The Hedgehog Review
According to scholarly estimates, one-fifth of today’s workforce belongs to the “precariat,” a growing and class-transcending assortment of part-time, short-term, contract workers, seasonal laborers, and other people who toil alone, take on gigs, or start businesses with little hope of longevity, steady incomes, or benefits. Examining the forces that gave rise to the precarious economy, we explore many of the cultural dimensions of the emerging workscape: How have people internalized their new “disruptable” condition? How has “precarity” affected the professions—and, more broadly, the very meaning of vocation? How is our understanding of work time and workplace changing?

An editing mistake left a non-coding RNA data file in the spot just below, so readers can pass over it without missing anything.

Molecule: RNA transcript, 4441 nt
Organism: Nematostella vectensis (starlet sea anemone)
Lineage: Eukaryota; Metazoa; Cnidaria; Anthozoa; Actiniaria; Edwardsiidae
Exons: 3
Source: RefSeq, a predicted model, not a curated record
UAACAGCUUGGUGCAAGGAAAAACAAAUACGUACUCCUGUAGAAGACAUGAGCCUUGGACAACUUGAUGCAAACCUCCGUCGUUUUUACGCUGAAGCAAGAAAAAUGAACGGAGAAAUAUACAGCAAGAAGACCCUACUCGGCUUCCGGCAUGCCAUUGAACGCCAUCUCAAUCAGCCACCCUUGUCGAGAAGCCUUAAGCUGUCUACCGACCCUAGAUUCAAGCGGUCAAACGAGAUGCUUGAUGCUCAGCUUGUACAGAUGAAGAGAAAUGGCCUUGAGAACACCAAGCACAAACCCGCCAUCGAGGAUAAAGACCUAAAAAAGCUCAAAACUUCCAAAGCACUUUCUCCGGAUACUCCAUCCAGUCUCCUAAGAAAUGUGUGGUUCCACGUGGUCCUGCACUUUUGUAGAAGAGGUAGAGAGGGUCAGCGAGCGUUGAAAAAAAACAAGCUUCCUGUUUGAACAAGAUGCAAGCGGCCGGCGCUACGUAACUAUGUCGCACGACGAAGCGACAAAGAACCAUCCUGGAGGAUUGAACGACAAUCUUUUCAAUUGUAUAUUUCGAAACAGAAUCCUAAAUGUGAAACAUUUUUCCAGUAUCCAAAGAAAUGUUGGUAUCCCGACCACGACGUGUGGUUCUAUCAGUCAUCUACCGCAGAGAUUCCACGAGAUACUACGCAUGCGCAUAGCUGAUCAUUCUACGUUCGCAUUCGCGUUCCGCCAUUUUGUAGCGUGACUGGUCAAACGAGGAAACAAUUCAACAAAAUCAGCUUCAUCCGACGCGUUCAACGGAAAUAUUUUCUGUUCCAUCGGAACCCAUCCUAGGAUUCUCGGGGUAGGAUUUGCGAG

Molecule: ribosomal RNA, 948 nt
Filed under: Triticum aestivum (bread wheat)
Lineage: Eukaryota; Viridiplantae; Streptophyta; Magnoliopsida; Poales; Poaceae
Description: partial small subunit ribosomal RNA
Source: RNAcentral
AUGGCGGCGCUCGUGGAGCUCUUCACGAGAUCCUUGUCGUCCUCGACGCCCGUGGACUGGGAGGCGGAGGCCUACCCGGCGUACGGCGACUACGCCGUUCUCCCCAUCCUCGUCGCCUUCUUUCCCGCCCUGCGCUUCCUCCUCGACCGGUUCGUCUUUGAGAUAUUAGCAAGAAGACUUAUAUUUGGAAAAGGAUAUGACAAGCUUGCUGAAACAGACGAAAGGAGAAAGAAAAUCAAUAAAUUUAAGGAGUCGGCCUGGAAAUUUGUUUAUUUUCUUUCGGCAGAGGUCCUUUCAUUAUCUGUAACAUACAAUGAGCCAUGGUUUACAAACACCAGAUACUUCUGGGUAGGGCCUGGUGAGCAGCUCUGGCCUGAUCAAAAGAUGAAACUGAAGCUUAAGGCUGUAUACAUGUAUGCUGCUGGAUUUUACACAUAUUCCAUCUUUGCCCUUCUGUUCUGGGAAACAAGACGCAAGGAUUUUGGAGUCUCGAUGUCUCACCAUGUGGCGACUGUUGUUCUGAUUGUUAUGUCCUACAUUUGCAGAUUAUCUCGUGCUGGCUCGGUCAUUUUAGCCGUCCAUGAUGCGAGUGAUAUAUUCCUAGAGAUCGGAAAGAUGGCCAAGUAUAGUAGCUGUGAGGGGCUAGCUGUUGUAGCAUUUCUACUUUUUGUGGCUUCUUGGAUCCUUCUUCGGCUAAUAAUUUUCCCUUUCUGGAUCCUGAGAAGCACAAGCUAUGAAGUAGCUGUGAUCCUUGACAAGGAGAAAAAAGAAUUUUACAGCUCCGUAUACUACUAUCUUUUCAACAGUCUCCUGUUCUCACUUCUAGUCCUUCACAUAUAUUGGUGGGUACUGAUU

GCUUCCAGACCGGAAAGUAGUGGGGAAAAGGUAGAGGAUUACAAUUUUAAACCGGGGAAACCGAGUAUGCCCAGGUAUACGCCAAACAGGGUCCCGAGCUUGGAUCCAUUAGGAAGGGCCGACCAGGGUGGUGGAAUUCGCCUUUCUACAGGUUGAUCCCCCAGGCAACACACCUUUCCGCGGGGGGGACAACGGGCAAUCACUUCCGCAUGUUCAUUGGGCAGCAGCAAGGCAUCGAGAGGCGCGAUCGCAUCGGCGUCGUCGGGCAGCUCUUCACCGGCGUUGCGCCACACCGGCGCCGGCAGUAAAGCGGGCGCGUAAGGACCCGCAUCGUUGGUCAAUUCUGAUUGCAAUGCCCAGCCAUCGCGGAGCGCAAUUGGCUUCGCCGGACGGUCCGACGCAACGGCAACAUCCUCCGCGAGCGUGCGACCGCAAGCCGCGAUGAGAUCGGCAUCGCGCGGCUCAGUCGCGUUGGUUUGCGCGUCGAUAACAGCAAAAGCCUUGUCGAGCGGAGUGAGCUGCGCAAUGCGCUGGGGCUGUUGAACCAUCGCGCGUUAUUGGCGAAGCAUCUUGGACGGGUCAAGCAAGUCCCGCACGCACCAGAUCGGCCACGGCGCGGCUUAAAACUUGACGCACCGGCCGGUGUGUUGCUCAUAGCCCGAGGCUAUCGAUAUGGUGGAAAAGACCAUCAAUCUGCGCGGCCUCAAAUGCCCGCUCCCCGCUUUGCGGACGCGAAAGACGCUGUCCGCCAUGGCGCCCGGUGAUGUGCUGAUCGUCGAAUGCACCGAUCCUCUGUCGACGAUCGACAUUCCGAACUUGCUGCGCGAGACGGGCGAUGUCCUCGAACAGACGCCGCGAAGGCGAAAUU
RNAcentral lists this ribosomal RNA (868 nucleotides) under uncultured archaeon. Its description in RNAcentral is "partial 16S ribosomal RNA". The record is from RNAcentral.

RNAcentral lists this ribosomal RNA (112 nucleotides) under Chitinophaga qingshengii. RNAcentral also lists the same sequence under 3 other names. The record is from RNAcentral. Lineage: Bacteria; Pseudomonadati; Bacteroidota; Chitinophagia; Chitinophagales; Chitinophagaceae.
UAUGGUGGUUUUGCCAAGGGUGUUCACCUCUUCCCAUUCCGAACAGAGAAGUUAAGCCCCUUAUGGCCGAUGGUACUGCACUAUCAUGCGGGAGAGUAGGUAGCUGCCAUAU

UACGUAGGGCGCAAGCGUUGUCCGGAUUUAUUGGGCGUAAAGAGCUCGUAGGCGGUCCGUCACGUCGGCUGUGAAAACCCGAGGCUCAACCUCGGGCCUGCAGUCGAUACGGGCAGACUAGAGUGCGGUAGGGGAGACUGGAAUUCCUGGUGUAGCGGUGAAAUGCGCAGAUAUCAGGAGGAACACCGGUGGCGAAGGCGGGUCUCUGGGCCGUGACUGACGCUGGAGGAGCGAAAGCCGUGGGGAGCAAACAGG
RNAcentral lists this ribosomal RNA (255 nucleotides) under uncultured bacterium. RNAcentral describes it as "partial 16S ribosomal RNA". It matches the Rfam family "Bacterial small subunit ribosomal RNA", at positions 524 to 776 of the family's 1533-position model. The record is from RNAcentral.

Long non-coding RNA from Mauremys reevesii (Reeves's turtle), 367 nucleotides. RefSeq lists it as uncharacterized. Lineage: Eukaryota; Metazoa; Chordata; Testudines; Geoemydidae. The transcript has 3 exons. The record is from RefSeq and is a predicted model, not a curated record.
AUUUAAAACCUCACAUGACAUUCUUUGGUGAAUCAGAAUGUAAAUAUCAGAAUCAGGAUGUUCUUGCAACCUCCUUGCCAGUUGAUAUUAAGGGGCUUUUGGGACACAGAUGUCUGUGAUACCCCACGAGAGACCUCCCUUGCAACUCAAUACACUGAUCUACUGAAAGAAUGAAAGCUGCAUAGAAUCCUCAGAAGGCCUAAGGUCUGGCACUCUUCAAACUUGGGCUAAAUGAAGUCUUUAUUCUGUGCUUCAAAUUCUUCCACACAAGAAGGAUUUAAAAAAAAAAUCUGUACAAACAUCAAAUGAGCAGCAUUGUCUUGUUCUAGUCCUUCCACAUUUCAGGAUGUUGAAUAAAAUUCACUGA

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Reproductive Ethics: An Interdisciplinary Conversation
18 May 2016
Julia Ticona is a doctoral candidate in the Sociology department of the University of Virginia. Her research interests are at the intersection of technology, culture, and emotions. Ticona holds a BA in Sociology from Wellesley College, and an MA in sociology from the University of Virginia. Her dissertation explores the social organization of our emotional experiences using personal technologies with a particular focus on narratives of dependency, control, and intimacy. In addition to participating in the Cultures of Capitalism reading group at the Institute, Ticona has also enjoyed her time deciphering narratives...